The Superstar Preacher Bible: a recommended article

Here is an article that raises some very important questions:

Some of my own thoughts regarding this issue:

I remember when I bought a Dake Study Bible. They were quite popular with a few people I knew, but were very hard to obtain. One day I found one and bought it, despite the significant cost and I spent a lot of time reading it. Unfortunately it wasn’t the bible part that I read. I spent more time reading Dake’s notes. But that wasn’t surprising considering there was much more written in the columns and pages of notes than in the columns of scripture.

How easy it becomes to avoid reading scripture while reading a study bible!


15 thoughts on “The Superstar Preacher Bible: a recommended article

  1. “How easy it becomes to avoid reading scripture while reading a study bible !”

    Amen ! And as you note, how easy to believe opening our hearts to the physically-equivalent “traditions of men” on the bible’s page are equivalent to receiving God’s word !

  2. One of the “traditions” that many have fallen for is that the “plain ol’ Bible” is too hard for the average church goer to understand – and that they need a specially trained and ordained “ministers” to do that for them.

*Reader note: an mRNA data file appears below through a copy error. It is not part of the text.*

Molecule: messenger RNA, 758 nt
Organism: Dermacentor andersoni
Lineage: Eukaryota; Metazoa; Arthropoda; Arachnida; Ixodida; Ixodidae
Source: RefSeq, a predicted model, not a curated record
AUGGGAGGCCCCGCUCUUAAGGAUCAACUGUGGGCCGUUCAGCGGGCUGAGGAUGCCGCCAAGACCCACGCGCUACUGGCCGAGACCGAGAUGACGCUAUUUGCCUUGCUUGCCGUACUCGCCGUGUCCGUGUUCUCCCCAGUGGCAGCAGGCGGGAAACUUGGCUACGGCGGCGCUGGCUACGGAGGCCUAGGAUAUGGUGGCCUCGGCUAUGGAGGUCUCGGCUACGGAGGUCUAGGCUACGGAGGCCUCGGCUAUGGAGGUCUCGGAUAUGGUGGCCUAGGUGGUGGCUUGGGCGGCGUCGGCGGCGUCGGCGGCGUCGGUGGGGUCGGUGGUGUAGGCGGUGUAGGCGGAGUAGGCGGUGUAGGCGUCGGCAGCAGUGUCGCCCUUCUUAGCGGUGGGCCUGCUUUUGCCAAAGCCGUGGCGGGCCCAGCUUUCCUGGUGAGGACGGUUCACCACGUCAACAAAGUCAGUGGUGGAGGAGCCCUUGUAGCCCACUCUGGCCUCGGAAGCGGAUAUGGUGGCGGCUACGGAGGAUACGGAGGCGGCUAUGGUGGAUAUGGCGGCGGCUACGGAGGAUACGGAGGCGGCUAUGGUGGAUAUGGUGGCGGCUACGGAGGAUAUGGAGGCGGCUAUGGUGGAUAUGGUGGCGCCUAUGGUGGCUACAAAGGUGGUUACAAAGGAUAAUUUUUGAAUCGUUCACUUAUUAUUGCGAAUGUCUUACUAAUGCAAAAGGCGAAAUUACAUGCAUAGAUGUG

When I took the time to start reading scripture for myself, and when I heeded Jesus’ words about the Holy Spirit being our teacher, I found that scripture wasn’t so difficult after all.

    Of course, we’ll often read things that we don’t understand, but I have learned to put those things aside and NOT go searching for answers in commentaries etc. Instead I trust that I’ll be given understanding when I’m ready for it. And I have found that DOES happen.

    Study bibles are a more convenient (and more problematical) means of making that “search for answers in commentaries”. It is more problematical because the notes would represent the interpretations of one person, as in the case of MacArthur’s, or a particular theological outlook depending on the background of the editorial team. Those bibles are also likely to cut into our own consideration of the word – instead of prayerfully meditating on it for ourselves, it’s much more convenient to look at and rely upon the notes.

  3. I’d probably never use a “study Bible” although I must say that reading multiple commentaries gives me an understanding about how others are interpreting the text. It’s not that commentaries are all useless, it’s just that we need to learn discernment and not take them as automatically being the correct interpretations.

  4. Commentaries could be valuable afterwards to test your own conclusions. They may help to confirm those conclusions, or show their weaknesses.

    I think the key to what you say is the word “multiple” – avoiding the temptation to stick to a favourite: which is one of the problems with study bibles. They generally present one viewpoint alongside the text and the difference between scriptural content and commentary can easily be blurred, after all, it’s all in the same bible.